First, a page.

Being compassionate should be as important as being clever when it comes to the recruitment of staff to care for the elderly, experts say.
The recommendation was one of a series made by the Commission on Improving Dignity in Care for Older People to improve standards in hospitals and care homes in England.
The group said too many vulnerable people were currently being "let down".
The review comes after a series of critical reports into elderly care.
Cases of neglect have been documented by the likes of the Health Service Ombudsman and Patients Association in the past year.
And so the commission was set up by Age UK, the NHS Confederation and the Local Government Association to set out a blueprint for how the NHS and social care sector should tackle the issue.
In total, the commission published 48 draft recommendations which will be consulted on over the next month before a final action plan is published in the summer.
The measures cover issues such as making dignity a priority at board level, encouraging staff at all levels to challenge bad practice and ensuring patronising language, such as "old dear", is not used.
The report said language which denigrates older people should be as unacceptable as racist or sexist terms.
Another key recommendation involved the role of ward sisters, which the report said should be given the authority by management to take action when standards slip.
But it is the issue of staff training which there will be most focus on. There have been suggestions in the past that nurse training has become too academic.
Some places have started to trial ways of testing the emotional intelligence and bedside manner of students.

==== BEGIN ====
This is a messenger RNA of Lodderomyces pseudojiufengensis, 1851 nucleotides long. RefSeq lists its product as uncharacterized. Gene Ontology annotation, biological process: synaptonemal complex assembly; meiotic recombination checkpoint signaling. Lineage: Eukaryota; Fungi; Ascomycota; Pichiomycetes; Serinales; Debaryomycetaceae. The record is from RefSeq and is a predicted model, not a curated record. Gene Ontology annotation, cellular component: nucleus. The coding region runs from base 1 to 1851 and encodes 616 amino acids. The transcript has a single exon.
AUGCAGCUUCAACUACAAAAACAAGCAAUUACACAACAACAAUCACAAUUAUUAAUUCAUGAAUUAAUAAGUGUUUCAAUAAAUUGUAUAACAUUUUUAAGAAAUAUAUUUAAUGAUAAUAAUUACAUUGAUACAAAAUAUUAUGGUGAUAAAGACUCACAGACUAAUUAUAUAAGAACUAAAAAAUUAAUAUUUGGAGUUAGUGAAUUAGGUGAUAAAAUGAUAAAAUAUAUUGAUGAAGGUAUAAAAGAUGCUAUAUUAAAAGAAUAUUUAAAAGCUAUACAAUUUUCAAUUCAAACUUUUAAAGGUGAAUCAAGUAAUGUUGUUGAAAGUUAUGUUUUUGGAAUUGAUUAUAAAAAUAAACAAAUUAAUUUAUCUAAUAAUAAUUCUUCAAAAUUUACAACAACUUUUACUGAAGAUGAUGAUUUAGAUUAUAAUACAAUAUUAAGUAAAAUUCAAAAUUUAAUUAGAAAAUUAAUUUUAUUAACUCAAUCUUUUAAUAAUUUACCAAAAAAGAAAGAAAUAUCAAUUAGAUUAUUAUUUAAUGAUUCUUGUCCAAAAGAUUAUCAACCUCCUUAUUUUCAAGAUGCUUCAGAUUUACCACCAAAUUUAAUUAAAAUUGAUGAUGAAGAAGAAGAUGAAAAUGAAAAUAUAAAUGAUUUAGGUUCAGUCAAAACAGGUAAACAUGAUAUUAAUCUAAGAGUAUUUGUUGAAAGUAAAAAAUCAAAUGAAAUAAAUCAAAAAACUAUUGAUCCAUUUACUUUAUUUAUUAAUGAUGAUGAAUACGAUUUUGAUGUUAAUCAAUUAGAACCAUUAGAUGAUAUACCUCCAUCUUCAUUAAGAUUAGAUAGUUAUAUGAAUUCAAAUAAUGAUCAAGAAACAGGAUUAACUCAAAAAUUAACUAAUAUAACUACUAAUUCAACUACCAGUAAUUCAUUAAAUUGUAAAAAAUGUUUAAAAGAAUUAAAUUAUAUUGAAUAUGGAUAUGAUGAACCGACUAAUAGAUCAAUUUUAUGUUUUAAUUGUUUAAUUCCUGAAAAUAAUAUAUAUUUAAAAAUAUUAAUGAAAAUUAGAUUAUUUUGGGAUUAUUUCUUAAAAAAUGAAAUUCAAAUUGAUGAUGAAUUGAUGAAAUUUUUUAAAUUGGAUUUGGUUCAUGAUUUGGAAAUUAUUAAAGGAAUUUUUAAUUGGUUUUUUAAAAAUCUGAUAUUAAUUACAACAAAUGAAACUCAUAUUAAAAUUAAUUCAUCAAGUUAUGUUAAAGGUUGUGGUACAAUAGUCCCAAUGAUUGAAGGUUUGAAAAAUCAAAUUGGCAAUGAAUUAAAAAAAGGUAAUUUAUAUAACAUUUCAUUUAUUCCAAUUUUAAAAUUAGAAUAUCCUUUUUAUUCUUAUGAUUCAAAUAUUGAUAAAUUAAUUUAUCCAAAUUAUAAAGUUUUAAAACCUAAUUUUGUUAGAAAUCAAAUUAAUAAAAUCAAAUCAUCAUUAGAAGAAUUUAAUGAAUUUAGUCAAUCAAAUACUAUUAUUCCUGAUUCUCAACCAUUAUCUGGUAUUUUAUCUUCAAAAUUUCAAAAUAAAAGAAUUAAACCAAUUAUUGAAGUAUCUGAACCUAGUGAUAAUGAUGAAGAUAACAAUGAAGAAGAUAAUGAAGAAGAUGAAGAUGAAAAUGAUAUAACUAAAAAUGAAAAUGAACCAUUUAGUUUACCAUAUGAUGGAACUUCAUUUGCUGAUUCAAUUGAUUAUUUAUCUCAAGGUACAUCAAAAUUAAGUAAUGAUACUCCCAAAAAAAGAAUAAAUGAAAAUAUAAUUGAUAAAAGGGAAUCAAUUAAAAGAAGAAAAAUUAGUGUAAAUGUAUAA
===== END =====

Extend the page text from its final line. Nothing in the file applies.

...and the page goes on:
The commission said it should become commonplace for universities and professional bodies to take into account compassionate values as much as they do qualifications.
One of the authors of the report, Sir Keith Pearson, told BBC Radio 4's Today programme that dignity was "the essence of proper nursing".
He said: "There are pockets within the NHS and the care home sector where we are seeing excellent care. But you can go to hospitals...and you can see a couple of wards where dignity has broken down."
Sir Keith said there were clearly some nurses and professional carers who held old people "in contempt", adding: "Recruiting for values and then training for skills is enormously important."
He said people considering a career in nursing needed to be aware that 60% of patients in hospitals were over the age of 65 and they needed to be able to show compassion and kindness to elderly patients.
Sir Keith conceded that those nurses and carers who could not adapt to this "root and branch" change to the system would have to go.
But Peter Carter, general secretary of the Royal College of Nursing, suggested the most important factor when it came to standards was ensuring there were enough staff.
"It is absolutely critical that hospitals and care homes employ safe numbers of nurses with the correct skill mix. This is the key challenge that must be met."
Roswyn Hakesley-Brown, of the Patients Association, said the recommendations were a "step forward".
But she added without action on the ground it would be of no comfort to the people "who contact our helpline every day to tell us their loved ones are being left without adequate pain relief, are not being helped to eat and drink or who are left to lie in their own faeces because a nurse says she is too busy to help them to the toilet".
Care services minister Paul Burstow said the commission had made some good recommendations and he would be looking to work with the group to improve standards.